email@example.com firstname.lastname@example.org email@example.com
Sue Mascott Clarence Rhodes Nancy Edgar
10 Cranberry Lane 1128 Capisic Street 97 Hallville Road
Brookline, NH 03033 Portland, ME 04102 Exeter, RI 02822
PHONE: 603-673-0754 PHONE: 207-772-8788 PHONE: 401-295-1832
firstname.lastname@example.org no email Naffe99@aol.com
Steve Rogers Carol Ann Rogers Terry Emmons
63 Dusty lane 63 Dusty Lane 49 Day Street PO Box 703
Wethersfield,CT 06109 Wethersfield, CT 06109 Granby, CT 06035
PHONE: 860-563-1835 PHONE: 860-563-1835 860-653-5784
Srogers07@snet.net email@example.com firstname.lastname@example.org
54 Mt. Vernon Blvd
Pawtucket, RI 02861
Societies please note: Send info to be posted on
this website for activities or announcements
SOCIETY PRESIDENTS CONNECTICUT - Dan Cotton 79 Sill Lane P.O. Box 1000, Old Lyme, CT 06371 860-434-5033 email@example.com LOWER CAPE - Audrey Osborn 12 Scotch Pine Farm, East Harwich, MA 02645 508-430-5329 firstname.lastname@example.org MAINE - Frank O’Connor 28 Cumberland Avenue, Portland, ME
04101 207-774-6726 email@example.com MID-MAINE – Marian Osier 1521 Wagner Bridge Road, Waldoboro, ME
04574 207-832-5863 NEW ENGLAND – Valerie Fisk 89 Blithewood Avenue, Worcester, MA
01604 508-756-9282 Mdunae@massed.net NEW HAMPSHIRE – Teresit
McKeown 123 Abbott Hill Road,
Wilton, NH 03066 603-654-2402 firstname.lastname@example.org RHODE ISLAND – Patsy
Cunningham 54 Mount Vernon
Blvd, Pawtucket, RI 02861 401-728-1786 email@example.com CANADA – Andre Poliquin 119 Oakwood, QC St. Bruno, Canada QC J3V3J6 450-653-5416 Morfirstname.lastname@example.org
LOCAL ROSE SOCIETY PRESIDENTS
CONNECTICUT - Dan Cotton 79 Sill Lane P.O. Box 1000, Old Lyme, CT 06371 860-434-5033
LOWER CAPE - Audrey Osborn 12 Scotch Pine Farm, East Harwich, MA 02645 508-430-5329
MAINE - Frank O’Connor 28 Cumberland Avenue, Portland, ME 04101 207-774-6726
MID-MAINE – Marian Osier 1521 Wagner Bridge Road, Waldoboro, ME 04574 207-832-5863
NEW ENGLAND – Valerie Fisk 89 Blithewood Avenue, Worcester, MA 01604 508-756-9282
NEW HAMPSHIRE – Teresit McKeown 123 Abbott Hill Road, Wilton, NH 03066 603-654-2402
RHODE ISLAND – Patsy Cunningham 54 Mount Vernon Blvd, Pawtucket, RI 02861 401-728-1786
CANADA – Andre Poliquin 119 Oakwood, QC St. Bruno, Canada QC J3V3J6 450-653-5416
WORDS FROM THE EDITOR
By Audrey Osborn
According to ARS and Yankee District records, there are literally hundreds of people belonging to the ARS who do not belong to a local rose society, leading me to ask the question, “Why not?” What are some of the reasons for becoming a member of a rose society? Local rose societies offer a wealth of information. For instance:
v Hands on learning experience
v How to prune, when to prune
v Best soil structure for roses; pH most suitable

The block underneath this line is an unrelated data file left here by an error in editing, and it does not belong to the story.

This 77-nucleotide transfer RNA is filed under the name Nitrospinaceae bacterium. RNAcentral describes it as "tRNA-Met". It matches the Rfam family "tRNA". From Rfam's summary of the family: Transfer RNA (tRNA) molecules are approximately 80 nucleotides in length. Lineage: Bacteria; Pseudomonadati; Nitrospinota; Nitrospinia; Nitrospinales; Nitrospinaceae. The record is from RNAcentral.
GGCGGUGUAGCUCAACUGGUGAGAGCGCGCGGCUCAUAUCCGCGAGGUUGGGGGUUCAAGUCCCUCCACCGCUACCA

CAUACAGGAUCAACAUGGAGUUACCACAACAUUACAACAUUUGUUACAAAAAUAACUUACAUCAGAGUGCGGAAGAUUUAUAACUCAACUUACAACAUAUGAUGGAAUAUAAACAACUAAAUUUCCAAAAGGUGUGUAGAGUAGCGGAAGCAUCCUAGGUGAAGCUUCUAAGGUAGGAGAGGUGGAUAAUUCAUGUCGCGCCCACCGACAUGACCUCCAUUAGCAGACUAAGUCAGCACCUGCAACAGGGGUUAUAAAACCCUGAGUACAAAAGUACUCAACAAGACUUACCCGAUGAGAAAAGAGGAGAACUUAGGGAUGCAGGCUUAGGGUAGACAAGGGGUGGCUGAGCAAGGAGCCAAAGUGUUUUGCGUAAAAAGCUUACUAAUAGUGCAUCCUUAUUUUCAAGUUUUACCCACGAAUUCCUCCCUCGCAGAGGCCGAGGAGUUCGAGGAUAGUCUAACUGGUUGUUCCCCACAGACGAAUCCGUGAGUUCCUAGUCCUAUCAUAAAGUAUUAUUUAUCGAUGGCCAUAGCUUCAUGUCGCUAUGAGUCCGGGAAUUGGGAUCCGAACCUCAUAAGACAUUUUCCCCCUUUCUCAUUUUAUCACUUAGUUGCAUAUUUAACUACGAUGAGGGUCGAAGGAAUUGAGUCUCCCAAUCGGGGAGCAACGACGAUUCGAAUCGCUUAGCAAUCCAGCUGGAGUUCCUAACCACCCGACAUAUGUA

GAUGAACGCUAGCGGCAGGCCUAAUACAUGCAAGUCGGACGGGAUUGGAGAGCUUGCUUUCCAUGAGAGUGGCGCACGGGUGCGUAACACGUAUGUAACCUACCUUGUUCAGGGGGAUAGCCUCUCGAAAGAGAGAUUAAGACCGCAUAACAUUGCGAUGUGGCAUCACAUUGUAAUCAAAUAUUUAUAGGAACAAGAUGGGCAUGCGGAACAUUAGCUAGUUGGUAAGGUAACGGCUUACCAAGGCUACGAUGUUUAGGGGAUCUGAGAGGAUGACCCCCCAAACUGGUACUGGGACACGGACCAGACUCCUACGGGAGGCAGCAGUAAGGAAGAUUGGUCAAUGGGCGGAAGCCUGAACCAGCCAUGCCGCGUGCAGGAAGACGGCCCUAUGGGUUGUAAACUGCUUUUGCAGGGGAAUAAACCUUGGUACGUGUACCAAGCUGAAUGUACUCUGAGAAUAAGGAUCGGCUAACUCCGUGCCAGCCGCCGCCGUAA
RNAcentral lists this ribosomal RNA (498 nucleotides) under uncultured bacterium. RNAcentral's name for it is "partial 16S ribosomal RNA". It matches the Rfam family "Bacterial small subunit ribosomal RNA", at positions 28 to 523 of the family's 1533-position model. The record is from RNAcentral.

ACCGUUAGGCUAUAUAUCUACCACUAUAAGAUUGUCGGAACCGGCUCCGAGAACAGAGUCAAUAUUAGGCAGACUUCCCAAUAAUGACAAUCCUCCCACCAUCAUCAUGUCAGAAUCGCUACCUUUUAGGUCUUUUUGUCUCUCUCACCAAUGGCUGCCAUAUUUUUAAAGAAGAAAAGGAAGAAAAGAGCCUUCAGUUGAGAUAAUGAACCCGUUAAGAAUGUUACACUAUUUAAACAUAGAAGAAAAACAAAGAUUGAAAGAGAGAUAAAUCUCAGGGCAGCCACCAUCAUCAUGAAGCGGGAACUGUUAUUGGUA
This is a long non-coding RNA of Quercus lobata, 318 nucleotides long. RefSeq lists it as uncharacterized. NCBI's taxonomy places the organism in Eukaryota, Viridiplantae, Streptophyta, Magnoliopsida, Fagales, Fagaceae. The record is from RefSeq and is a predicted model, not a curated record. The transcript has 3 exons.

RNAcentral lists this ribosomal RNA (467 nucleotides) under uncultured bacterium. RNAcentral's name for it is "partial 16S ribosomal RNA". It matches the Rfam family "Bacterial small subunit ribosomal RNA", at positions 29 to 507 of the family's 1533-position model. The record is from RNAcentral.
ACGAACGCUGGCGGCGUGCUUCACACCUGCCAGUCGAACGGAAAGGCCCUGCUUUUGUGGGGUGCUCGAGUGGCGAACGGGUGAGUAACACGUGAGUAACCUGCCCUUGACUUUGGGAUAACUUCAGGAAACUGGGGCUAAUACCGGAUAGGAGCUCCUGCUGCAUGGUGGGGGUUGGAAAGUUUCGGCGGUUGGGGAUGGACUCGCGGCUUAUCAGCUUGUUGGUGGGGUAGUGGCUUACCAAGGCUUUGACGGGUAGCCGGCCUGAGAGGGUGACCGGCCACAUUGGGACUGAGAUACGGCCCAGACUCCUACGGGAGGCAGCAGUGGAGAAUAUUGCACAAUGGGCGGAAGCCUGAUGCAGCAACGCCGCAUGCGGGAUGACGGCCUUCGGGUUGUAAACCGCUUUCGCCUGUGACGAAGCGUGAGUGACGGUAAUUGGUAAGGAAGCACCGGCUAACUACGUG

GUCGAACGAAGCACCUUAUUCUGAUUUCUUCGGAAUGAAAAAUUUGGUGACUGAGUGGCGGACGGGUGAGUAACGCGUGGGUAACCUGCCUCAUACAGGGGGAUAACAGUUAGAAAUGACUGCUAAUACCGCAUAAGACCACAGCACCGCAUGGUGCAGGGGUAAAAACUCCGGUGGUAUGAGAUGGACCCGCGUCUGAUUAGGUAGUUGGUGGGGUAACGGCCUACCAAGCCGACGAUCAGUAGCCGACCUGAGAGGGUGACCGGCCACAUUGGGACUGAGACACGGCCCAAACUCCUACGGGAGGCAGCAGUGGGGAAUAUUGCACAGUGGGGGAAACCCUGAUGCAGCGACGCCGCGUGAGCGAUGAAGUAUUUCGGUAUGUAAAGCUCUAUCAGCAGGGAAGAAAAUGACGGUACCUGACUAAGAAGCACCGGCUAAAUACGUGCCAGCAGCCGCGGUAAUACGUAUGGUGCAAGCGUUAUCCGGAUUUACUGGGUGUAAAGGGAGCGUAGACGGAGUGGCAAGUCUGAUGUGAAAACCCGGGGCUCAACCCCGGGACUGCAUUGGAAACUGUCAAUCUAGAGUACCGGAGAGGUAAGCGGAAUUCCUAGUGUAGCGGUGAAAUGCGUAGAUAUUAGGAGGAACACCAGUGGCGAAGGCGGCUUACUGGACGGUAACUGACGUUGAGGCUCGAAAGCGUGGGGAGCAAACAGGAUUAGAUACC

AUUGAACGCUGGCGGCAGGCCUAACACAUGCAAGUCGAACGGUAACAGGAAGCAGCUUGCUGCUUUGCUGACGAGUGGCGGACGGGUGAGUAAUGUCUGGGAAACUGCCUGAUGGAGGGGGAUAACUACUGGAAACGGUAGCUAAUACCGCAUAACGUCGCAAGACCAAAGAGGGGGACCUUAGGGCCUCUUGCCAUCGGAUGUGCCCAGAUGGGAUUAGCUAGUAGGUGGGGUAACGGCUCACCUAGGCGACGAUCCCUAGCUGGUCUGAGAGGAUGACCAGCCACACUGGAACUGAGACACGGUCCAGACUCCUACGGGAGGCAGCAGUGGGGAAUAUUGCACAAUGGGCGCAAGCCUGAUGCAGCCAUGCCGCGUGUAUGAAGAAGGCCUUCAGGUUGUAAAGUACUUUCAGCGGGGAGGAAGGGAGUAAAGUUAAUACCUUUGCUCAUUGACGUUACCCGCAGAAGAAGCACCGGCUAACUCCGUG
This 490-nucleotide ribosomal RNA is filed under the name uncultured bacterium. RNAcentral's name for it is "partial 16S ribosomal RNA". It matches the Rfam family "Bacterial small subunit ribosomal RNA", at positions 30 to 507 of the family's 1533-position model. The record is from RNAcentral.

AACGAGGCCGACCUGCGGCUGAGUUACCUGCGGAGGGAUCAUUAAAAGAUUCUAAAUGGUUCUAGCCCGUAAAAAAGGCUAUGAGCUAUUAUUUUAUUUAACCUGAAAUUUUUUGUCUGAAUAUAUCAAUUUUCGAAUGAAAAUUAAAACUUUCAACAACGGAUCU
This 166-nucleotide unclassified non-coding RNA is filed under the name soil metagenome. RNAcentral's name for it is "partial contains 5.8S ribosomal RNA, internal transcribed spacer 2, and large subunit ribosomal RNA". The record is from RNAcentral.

v Spray programs: What to spray for. What does blackspot, mildew look like? How often do I spray? What equipment do I use? Goggles, gloves? Sprayer? What chemical or concoction works best?
v Fertilization – Organic? Granular? Liquid? When? How often?
v Interested in making additions to your rose garden? Use your ARS Handbook and join a local society’s group rose order. Discounts are often substantial and it’s beneficial to learn what roses are grown in your area. Members in local rose societies are often recognized by local merchants offering various discounts on rose related products.
v Another great reason simply put was summed up by our District Director, Art Emmons: “For me the single strongest reason to join a rose society is to simply enjoy the beauty of the rose with others like-minded. It gives us all an opportunity to chat and share our great hobby.”
ROSE QUESTION QUESTION: When should I prune my roses? ANSWER: When the
forsythia blooms in your yard. Ř
TIP: Use by-pass pruners, rather than anvil
pruners to avoid “crushing canes”. Ř
sharpener bought at the hardware
store keeps your pruners sharpened. Ř
swabs are handy to keep your pruners from spreading disease from
bush-to-bush THE FIVE D’S OF PRUNING Ř
early spring, before bud eyes break Ř
remove any dead wood, or old, non-productive canes Ř
bruised, split, broken Ř
canker, a parasitic fungus, causing lesions Ř
encourage strong new canes, get rid of crossing canes that rub together
FREQUENTLY ASKED ROSE QUESTION
QUESTION: When should I prune my roses? ANSWER: When the forsythia blooms in your yard.
Ř TIP: Use by-pass pruners, rather than anvil pruners to avoid “crushing canes”.
Ř A small sharpener bought at the hardware store keeps your pruners sharpened.
Ř Alcohol swabs are handy to keep your pruners from spreading disease from bush-to-bush
THE FIVE D’S OF PRUNING
Ř DORMANCY – early spring, before bud eyes break
Ř DEAD – remove any dead wood, or old, non-productive canes
Ř DAMAGED – bruised, split, broken
Ř DISEASED – canker, a parasitic fungus, causing lesions
Ř DESIGN – encourage strong new canes, get rid of crossing canes that rub together
YANKEE DISTRICT MEMBERSHIP CHAIR
NANCY EDGAR (401) 295-1832 Naffe99@aol.com
CONNECTICUT ROSE SOCIETY Hartford
Meets the first Sunday of the month, September-June at the Pond House, Elizabeth Park, W. Hartford at 2:30 pm
Dues are $15 household
Contact : Linda Cotton, PO Box 1000, Old Lyme, CT 06371
LOWER CAPE ROSE SOCIETY – Cape Cod
Usually meets the 3rd Saturday morning of the month at the Harwich Community Center, Harwich. Dues are $20
Contact: Ginny Trumble (508)255-9556 email@example.com
MAINE ROSE SOCIETY - Portland
Second Sunday of the month at the Barron Center, Portland. Dues are $10.
Contact: Claire Holman, 134 Capisic St. Portland, ME
MID-MAINE ROSE SOCIETY
First Sunday of the month except January and August.
Dues $10 individual; $15 family.
Contact: Shirley Ross, P.O. Box 1161, Waldoboro, ME 04572
NEW ENGLAND ROSE SOCIETY Waltham,
Usually meets the 3rd Saturday of the month, occasional Tuesday evenings. Dues are $20.
Contact: Manny Mendes, Jr. (781) 828-2613
NEW HAMPSHIRE ROSE SOCIETY - rotating meeting places. Once a month during the growing season, beginning in April. Dues: $12 individual; $15 family
Contact: Susan Mascott (603) 673-0754
RHODE ISLAND ROSE SOCIETY - Providence
2nd Saturday of the month. Roger Williams Park, Providence. Dues are $20
Contact: Linda Kammerer
Yankee District Convention March 17 & 18 Nashua, N.H. Details inside! Yankee District Rose Show June 21st Providence, R.I.
Yankee District Convention
March 17 & 18
Yankee District Rose Show
YANKEE DISTRICT BUSINESS MEETING,
ON THE BEACH IN SOUTH DENNIS
CAPE COD, MASSACHUSETTS
SEPTEMBER 8, 2008